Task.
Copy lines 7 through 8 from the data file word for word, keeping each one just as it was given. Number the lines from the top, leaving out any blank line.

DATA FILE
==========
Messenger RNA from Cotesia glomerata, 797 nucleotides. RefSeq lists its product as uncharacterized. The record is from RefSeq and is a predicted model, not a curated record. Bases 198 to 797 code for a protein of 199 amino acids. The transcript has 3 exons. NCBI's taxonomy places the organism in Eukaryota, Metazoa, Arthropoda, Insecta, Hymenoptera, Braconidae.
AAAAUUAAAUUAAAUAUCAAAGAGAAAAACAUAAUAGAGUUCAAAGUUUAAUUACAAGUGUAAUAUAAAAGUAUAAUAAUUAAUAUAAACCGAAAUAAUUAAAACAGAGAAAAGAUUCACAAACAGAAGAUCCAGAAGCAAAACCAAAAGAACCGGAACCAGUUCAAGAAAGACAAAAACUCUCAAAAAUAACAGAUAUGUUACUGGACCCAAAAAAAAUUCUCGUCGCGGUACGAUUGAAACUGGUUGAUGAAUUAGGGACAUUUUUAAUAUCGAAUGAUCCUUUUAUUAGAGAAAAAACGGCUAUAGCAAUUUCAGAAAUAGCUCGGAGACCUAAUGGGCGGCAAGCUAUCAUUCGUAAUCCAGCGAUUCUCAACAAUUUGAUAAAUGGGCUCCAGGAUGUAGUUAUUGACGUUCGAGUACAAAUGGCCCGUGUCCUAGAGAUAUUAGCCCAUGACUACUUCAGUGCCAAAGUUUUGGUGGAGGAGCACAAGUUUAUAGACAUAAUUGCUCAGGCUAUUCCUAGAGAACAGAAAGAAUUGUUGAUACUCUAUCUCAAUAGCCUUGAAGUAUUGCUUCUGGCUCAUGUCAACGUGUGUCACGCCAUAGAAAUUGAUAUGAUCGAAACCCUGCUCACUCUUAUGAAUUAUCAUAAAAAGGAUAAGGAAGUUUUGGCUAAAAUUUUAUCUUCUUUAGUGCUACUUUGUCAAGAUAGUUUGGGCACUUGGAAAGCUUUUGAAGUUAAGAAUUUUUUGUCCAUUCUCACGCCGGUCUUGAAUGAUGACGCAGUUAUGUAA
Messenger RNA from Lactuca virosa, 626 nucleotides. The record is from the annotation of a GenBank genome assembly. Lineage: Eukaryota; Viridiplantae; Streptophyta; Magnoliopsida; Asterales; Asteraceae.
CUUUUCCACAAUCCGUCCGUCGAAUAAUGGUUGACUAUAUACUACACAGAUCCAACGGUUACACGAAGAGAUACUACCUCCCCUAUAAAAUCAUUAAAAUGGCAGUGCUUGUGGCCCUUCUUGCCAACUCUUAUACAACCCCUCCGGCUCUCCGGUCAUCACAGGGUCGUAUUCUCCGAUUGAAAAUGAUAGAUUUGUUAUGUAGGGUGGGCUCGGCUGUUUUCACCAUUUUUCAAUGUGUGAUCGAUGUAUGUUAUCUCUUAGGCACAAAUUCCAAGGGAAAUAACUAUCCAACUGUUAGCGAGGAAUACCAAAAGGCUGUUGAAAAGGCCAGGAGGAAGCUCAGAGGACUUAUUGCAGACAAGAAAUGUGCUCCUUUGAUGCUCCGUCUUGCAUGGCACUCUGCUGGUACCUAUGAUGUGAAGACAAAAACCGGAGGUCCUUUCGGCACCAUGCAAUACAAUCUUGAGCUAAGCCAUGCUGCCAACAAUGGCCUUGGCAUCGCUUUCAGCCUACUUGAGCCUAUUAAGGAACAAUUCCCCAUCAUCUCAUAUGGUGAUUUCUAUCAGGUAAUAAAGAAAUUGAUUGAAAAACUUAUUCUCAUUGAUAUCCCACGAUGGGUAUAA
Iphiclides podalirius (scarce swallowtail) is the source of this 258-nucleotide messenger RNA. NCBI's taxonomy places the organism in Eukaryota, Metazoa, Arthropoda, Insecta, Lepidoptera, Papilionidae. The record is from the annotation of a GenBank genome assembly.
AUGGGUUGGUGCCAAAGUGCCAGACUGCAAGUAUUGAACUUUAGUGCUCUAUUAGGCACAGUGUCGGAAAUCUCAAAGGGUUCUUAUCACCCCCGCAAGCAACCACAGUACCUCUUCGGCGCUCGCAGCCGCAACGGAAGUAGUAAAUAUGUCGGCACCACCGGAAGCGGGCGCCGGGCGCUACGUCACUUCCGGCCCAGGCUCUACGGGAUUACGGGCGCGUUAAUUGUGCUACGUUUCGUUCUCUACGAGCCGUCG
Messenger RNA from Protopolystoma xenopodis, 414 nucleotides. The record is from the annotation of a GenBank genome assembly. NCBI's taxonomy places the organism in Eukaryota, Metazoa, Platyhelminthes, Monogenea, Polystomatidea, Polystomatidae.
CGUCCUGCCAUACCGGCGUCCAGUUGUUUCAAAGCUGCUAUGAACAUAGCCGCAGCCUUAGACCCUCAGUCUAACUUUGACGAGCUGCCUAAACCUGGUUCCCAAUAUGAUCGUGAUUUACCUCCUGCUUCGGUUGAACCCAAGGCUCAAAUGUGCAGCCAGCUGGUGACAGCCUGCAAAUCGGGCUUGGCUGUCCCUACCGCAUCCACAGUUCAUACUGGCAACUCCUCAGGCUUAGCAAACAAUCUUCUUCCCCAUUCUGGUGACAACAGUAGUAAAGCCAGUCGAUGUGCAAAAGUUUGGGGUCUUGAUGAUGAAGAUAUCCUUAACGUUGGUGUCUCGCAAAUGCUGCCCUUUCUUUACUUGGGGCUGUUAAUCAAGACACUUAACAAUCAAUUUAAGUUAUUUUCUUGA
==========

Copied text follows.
Messenger RNA from Protopolystoma xenopodis, 414 nucleotides. The record is from the annotation of a GenBank genome assembly. NCBI's taxonomy places the organism in Eukaryota, Metazoa, Platyhelminthes, Monogenea, Polystomatidea, Polystomatidae.
CGUCCUGCCAUACCGGCGUCCAGUUGUUUCAAAGCUGCUAUGAACAUAGCCGCAGCCUUAGACCCUCAGUCUAACUUUGACGAGCUGCCUAAACCUGGUUCCCAAUAUGAUCGUGAUUUACCUCCUGCUUCGGUUGAACCCAAGGCUCAAAUGUGCAGCCAGCUGGUGACAGCCUGCAAAUCGGGCUUGGCUGUCCCUACCGCAUCCACAGUUCAUACUGGCAACUCCUCAGGCUUAGCAAACAAUCUUCUUCCCCAUUCUGGUGACAACAGUAGUAAAGCCAGUCGAUGUGCAAAAGUUUGGGGUCUUGAUGAUGAAGAUAUCCUUAACGUUGGUGUCUCGCAAAUGCUGCCCUUUCUUUACUUGGGGCUGUUAAUCAAGACACUUAACAAUCAAUUUAAGUUAUUUUCUUGA